the kids are happy.”  I’ve walked out with peace and comfort knowing my sons are safe and loved. And I’ve walked out with sadness to be leaving for the last time, to be ending a stage of my boys’ lives, to be missing the friendships I’ve made over the years with this “family.”

Yes, there have been times that I’ve struggled with feeling that I’m leaving my kid in a big box building for the day, but now I struggle with missing the routine, missing the friends, missing the comfort and innocence of those early years of life. The Little Guy is ready for his next step. He’s excited about kindergarten. He doesn’t look back. Life is ahead and compelling and interesting and calling to him. But I know of that life, my little man. I know of that life.

And I wish for you just a few more days of Miss Kathy and your daycare center home.

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Seeking the not-so-faint at heart…

 

There are some unexpected challenges that come along with parenting in some families that are usually not spoken about….including struggles to finding a babysitter. I mean, yes, if you have seven kids, it’s pretty hard for someone to volunteer to babysit. But that’s also true if you have four boys. And it’s very true if you have “challenging” kids.

Parenting is exhausting. Same routine day in and day out. Dinner, bath (sometimes) and bed. Brush teeth. Read books. Take micro naps while lying beside the kids yearning to hear them snore. Every night. Doing it by yourself is especially exhausting. Naturally, I try to heed the advice I give to all parents, “Make sure you get some time out to rejuvenate and revive yourself. Get a break from the kids. Find time to talk to a fellow adult in sentence form rather than word fragment.” Yet sometimes it feels like it’s not worth going out at all. No matter what time I pull into the driveway, there seems to be a kid greeting me at the door.

This week, I lost it. It was 10:05 pm. I had had a very long day and an evening engagement. The lights were out in the house as Super Tall Guy and the Little Guy (well, I’m sure it wasn’t his idea) wanted to prevent me from knowing they were still awake. I politely paid the babysitter, assured her it was “no problem” that the boys were still bouncing off the walls, and said good night. Then I snapped. “Why did I just pay a babysitter to do the work of caring for you and putting you to bed….and I still have to do it all myself?”  “You’re nine years old – you know what it means to go to bed.” “I can’t believe you are so disobedient that you refused to go to bed,” tired Mommy roared. I was worked up enough to almost pull the ice cream out of the freezer to soothe the inflamed throat, but dinner had been too good.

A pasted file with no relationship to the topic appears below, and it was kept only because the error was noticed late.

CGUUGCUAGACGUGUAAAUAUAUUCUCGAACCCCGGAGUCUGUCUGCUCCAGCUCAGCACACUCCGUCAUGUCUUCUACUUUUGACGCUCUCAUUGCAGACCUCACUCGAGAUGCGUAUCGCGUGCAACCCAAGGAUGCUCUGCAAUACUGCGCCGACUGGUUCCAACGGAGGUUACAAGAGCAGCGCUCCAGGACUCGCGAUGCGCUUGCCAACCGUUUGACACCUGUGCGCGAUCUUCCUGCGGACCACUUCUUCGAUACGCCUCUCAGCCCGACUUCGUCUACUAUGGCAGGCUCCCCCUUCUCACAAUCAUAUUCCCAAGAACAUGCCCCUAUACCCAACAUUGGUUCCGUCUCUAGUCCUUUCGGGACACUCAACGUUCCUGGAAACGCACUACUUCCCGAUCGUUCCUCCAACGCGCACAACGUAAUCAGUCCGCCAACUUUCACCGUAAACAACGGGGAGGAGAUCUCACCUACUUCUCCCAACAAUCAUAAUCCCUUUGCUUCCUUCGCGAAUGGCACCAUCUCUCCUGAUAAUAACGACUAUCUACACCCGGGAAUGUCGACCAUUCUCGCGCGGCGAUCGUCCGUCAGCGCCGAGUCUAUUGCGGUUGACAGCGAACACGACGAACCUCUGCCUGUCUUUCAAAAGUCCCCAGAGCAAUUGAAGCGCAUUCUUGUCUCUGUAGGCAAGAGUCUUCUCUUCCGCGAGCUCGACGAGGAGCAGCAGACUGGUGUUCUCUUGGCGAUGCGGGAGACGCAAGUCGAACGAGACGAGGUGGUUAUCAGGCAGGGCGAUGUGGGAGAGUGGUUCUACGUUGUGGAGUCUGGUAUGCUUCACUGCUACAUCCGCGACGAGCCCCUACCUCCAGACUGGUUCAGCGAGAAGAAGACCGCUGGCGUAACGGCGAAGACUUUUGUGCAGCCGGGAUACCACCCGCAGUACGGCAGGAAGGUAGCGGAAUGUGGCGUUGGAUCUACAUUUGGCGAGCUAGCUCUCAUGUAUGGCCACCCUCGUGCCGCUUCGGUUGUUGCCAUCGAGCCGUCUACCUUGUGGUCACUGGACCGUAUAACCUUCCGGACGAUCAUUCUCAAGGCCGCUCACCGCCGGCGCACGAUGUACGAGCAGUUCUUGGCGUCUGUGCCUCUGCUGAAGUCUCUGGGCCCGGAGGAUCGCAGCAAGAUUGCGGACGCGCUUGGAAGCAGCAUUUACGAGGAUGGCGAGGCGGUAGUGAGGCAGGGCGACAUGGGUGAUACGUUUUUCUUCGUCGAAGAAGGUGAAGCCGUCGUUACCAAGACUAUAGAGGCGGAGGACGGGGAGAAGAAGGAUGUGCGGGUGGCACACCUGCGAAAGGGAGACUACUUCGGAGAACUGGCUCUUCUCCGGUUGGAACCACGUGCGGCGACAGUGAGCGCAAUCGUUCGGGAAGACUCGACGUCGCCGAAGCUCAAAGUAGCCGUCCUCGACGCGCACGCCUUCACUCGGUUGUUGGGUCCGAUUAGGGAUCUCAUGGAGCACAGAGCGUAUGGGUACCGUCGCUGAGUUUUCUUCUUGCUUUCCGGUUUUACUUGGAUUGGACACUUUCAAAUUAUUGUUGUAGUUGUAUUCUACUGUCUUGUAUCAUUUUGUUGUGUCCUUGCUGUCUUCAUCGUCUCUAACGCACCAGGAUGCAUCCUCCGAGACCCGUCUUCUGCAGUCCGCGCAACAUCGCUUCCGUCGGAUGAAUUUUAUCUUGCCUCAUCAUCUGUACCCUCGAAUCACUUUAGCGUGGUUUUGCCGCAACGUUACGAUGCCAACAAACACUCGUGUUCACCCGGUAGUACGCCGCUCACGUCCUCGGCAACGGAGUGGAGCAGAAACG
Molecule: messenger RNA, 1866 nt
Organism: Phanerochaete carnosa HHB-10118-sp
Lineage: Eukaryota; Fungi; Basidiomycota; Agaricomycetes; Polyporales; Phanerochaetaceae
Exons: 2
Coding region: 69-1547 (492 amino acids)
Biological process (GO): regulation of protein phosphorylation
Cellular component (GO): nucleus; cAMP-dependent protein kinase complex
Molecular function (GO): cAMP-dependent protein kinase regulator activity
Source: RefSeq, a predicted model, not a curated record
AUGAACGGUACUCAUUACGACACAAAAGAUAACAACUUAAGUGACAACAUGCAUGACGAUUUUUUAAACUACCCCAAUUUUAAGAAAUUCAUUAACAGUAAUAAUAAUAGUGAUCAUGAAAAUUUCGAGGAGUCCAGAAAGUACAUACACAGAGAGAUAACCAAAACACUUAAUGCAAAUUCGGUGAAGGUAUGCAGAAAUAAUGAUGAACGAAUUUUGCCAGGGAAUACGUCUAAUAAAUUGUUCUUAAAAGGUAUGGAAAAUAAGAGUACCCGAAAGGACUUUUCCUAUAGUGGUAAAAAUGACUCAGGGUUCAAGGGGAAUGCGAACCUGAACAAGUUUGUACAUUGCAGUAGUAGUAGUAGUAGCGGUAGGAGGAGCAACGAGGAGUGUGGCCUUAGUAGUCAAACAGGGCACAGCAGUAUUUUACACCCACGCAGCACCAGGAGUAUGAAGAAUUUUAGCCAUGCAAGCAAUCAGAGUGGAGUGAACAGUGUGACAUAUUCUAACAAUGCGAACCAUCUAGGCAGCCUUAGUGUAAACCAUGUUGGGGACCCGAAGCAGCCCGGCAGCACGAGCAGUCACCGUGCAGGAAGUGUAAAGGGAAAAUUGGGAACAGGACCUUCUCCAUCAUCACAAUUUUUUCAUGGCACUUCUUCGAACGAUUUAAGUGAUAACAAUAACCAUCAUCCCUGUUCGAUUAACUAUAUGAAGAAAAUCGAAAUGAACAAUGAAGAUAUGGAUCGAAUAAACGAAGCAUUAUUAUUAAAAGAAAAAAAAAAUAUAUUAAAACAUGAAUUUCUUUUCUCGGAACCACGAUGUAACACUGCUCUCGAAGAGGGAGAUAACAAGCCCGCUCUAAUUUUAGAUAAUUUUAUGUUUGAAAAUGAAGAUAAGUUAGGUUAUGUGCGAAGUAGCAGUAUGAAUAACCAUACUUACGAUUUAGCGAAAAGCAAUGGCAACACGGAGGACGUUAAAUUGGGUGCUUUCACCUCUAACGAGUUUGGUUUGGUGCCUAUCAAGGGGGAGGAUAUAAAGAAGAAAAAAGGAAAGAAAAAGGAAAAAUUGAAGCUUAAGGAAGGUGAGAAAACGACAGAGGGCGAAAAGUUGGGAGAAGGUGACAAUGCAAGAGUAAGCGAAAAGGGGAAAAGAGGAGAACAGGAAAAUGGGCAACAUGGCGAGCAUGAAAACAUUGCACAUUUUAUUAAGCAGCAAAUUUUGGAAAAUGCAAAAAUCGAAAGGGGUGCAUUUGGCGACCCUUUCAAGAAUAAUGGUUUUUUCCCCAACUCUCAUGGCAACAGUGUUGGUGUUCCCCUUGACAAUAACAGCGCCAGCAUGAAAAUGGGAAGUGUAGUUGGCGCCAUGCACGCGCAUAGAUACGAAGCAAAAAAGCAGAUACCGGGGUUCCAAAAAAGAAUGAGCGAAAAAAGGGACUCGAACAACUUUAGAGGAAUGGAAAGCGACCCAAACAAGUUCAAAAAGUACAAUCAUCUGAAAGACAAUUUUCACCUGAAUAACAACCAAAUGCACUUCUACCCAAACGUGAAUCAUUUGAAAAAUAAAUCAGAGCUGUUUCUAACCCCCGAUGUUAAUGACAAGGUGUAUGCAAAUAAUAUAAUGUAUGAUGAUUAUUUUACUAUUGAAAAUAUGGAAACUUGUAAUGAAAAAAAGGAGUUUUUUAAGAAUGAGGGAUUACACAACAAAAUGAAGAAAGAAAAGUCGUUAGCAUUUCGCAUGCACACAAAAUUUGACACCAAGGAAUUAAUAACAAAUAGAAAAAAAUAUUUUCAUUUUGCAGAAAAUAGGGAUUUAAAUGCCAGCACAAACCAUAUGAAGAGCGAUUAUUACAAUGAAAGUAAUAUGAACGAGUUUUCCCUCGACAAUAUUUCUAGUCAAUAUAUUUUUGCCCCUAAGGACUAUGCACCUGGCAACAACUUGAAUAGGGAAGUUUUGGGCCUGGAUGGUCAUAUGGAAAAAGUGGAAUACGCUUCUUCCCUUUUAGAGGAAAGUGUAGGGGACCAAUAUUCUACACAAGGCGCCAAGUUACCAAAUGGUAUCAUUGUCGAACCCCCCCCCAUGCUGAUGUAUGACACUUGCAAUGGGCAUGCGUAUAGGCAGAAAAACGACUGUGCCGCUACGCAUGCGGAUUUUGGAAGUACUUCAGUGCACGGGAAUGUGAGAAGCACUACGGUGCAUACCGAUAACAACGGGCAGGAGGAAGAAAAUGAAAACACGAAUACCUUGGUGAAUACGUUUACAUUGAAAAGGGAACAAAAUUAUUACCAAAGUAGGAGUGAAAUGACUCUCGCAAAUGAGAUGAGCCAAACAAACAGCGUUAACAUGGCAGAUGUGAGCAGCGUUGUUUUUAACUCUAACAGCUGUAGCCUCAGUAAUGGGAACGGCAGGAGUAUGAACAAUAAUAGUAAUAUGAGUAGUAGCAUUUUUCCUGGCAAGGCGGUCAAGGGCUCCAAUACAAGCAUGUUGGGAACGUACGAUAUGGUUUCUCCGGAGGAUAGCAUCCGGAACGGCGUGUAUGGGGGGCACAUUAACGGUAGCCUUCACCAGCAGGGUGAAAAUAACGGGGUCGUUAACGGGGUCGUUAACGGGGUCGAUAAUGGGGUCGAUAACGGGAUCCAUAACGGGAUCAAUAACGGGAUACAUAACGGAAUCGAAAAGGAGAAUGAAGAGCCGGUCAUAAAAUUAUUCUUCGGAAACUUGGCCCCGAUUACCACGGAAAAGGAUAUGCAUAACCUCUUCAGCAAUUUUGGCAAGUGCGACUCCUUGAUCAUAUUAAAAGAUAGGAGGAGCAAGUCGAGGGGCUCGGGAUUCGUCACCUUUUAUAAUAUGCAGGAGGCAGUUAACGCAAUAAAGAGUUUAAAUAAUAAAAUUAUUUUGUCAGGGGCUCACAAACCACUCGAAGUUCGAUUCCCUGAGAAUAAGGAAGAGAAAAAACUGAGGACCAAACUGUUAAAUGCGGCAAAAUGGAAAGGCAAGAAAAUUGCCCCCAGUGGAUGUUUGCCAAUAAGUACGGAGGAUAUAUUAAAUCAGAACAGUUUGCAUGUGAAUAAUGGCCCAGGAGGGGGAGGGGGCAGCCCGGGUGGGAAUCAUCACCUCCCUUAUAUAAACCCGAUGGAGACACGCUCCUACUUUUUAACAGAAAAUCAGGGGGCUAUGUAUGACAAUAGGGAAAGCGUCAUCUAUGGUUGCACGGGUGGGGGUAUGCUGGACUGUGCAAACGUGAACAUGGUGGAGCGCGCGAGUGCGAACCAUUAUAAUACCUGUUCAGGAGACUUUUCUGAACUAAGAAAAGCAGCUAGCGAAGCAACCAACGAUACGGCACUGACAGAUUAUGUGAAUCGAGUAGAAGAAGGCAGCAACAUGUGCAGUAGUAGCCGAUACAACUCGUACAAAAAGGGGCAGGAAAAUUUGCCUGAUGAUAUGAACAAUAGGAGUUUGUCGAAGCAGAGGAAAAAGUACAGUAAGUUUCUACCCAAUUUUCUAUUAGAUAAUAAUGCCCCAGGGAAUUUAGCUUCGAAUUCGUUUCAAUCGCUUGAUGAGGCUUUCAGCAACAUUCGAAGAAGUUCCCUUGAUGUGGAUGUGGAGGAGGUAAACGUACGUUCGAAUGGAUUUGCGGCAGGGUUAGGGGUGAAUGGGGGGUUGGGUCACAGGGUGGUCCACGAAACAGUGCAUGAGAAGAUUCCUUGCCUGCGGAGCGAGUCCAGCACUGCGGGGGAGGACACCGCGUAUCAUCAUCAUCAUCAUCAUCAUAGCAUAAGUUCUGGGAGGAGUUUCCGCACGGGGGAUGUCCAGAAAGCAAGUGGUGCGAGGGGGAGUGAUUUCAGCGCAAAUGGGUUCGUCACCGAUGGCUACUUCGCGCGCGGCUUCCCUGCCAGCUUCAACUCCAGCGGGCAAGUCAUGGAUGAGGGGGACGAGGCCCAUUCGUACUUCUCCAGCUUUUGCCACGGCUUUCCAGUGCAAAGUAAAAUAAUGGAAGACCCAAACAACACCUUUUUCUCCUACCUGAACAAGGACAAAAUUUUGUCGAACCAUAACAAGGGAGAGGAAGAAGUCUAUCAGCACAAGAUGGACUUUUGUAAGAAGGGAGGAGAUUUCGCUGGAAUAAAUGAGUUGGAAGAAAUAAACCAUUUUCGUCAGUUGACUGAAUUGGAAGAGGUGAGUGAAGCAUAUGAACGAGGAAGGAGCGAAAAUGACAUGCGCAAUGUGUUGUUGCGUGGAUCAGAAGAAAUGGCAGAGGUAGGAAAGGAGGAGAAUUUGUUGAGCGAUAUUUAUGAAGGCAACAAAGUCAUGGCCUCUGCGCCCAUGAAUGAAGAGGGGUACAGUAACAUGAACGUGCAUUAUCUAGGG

In the calm of snoring children, I realize that my family just doesn’t do the “average” babysitter. The boys chew them up and spit them out. They don’t return my texts when I reach out to ask if they’re free to watch the boys. They don’t leave with a “call me anytime” response. They probably spread the word throughout our childcare center, “Don’t give your number out to babysit those crazy three.” Yes, finding a babysitter is easier than keeping a babysitter!

This difficulty in finding respite is amplified for families who have children with medical complications. I can’t even imagine their struggle to find someone able to care for medically fragile children. I have spent countless hours in the area of non-profit respite work. I know it’s tough.

It just hadn’t really occurred to me that I also needed to be looking for a babysitter who was “strong” enough to deal with active boys and defiant behaviors. Someone strong enough to say “No.” Strong enough to not back down in the face of opposition. Strong enough to impose limits. Strong enough to recognize and escape the wily kid traps. Heck, sometimes I’m not strong enough.

So if you know anyone who’s worked in juvenile detention, or as a therapist for emotionally and behaviorally difficult children, send them my way. Or to any of the other numerous families with challenging children. For a little bit of respite is good for the soul. And my boys really are good kids – you just need to have a ton of energy and a firm look to your eyes….and the desire to play hide and seek a million times!